Shadow Academy of Video Game Production—Industrial Reflexivity of Mythic Quest: Raven’s Banquet

The journal Critical Studies in Media Communication has just published my article Shadow Academy of Video Game Production—Industrial Reflexivity of Mythic Quest: Raven’s Banquet. In this article, I analyze the first season of the Apple TV+ show Mythic Quest: Raven's Banquet, which was co-produced by the video game publisher Ubisoft

The show is set in a fictional game development studio and adapts the genre of workplace comedy to this specific context. The show's creators (Rob McElhenney, Megan Ganz, and Charlie Day, who are perhaps collectively best known for their work on It's Always Sunny in Philadelphia) do not shy away from the problematic issues of game production, instead harnessing them for a comedic effect. Mythic Quest's satire of poor working conditions, the lack of workplace diversity, or toxic player communities can be understood using John Thornton Caldwell's concept of the shadow academy. Similar to TV shows like 30 Rock, Mythic Quest exposes structural issues of cultural industries, however it doesn't challenge their underlying causes, instead it normalizes the current status quo. Furthermore, it presents Ubisoft as a self-reflexive company despite its history of workplace issues, including Ubifree or a more recent alleged sexual misconduct of top executives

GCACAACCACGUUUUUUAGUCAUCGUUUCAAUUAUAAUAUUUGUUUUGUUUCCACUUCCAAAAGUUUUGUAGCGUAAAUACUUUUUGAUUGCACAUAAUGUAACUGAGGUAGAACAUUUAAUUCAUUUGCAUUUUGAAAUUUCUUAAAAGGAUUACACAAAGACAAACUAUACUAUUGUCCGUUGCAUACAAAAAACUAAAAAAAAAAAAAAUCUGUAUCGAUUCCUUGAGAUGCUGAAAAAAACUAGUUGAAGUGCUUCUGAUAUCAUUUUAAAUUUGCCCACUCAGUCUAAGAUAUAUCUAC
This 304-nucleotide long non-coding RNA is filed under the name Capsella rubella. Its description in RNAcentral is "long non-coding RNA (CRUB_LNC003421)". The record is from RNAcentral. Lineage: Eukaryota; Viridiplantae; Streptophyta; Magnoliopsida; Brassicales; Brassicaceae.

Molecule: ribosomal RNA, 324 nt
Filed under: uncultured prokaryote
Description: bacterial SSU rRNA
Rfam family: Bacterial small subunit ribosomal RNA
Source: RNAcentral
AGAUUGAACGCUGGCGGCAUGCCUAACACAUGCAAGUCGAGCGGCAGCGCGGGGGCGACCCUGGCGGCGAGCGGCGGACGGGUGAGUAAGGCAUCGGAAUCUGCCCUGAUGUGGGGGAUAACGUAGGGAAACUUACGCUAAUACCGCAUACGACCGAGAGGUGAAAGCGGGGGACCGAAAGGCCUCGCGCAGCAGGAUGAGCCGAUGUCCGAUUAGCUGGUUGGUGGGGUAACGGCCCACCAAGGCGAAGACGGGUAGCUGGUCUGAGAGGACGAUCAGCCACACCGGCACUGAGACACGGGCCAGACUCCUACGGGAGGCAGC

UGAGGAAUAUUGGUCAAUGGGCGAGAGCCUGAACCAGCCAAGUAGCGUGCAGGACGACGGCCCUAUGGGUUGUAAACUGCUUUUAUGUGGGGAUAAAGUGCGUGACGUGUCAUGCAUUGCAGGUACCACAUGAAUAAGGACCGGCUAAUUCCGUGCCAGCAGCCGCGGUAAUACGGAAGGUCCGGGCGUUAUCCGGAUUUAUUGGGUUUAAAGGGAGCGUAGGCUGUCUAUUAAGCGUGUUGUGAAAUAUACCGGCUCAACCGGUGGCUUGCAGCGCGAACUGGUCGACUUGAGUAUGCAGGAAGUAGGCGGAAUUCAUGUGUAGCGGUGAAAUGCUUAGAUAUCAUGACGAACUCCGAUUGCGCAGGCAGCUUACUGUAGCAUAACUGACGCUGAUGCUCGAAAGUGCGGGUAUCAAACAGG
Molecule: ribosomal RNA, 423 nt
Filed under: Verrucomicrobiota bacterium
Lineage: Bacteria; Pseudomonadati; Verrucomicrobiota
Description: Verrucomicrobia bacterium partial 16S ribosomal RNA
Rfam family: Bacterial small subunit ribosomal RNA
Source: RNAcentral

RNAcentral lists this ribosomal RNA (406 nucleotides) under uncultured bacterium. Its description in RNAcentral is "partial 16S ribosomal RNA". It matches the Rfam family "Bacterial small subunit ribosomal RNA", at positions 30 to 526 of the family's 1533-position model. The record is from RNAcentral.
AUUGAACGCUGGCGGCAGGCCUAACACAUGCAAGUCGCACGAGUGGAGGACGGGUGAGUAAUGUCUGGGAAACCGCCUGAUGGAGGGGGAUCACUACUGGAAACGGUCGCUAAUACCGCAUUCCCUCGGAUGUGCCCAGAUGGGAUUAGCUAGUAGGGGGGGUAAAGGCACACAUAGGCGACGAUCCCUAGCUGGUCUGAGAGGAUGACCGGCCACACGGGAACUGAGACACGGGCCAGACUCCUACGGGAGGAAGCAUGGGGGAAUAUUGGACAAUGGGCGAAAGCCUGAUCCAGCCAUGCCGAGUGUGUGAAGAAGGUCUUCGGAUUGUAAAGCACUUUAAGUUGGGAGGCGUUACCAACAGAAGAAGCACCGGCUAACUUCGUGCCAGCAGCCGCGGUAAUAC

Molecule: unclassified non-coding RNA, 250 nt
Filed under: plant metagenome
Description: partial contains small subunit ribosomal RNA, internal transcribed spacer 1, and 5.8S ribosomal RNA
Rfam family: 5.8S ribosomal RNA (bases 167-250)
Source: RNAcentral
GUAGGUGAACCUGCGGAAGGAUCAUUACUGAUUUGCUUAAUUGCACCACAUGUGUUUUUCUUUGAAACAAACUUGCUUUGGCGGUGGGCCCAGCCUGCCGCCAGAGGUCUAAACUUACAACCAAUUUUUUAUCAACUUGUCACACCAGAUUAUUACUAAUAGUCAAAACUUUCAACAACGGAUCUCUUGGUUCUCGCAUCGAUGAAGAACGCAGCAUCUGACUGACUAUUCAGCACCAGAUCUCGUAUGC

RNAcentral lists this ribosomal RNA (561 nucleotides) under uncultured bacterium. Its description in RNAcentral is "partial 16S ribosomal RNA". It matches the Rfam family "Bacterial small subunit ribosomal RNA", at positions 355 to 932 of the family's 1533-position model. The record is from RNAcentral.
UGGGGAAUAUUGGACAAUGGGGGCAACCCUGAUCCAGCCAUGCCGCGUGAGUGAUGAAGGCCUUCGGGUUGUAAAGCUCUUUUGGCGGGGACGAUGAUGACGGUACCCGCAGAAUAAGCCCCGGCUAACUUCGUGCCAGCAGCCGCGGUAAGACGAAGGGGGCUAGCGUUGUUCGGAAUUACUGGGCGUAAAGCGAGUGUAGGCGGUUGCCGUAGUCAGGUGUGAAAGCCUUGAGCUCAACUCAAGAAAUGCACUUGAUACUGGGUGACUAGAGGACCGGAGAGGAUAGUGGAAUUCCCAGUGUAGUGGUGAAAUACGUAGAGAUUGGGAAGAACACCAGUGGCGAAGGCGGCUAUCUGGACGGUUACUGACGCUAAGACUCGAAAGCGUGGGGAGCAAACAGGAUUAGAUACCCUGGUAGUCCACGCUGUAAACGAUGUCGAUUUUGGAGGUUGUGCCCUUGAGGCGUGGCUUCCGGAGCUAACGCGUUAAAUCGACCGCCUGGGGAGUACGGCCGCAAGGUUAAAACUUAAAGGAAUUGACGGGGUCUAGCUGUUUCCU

The article is based on thematic and discourse analysis of the first season of Mythic Quest: Raven's Banquet (10 episodes), 30 journalistic interviews, 30 journalistic reviews, 5 promotional videos, and 220 user comments (sampled from 1354 comments using the logic of qualitative data saturation). A full overview of the analyzed empirical material is available here.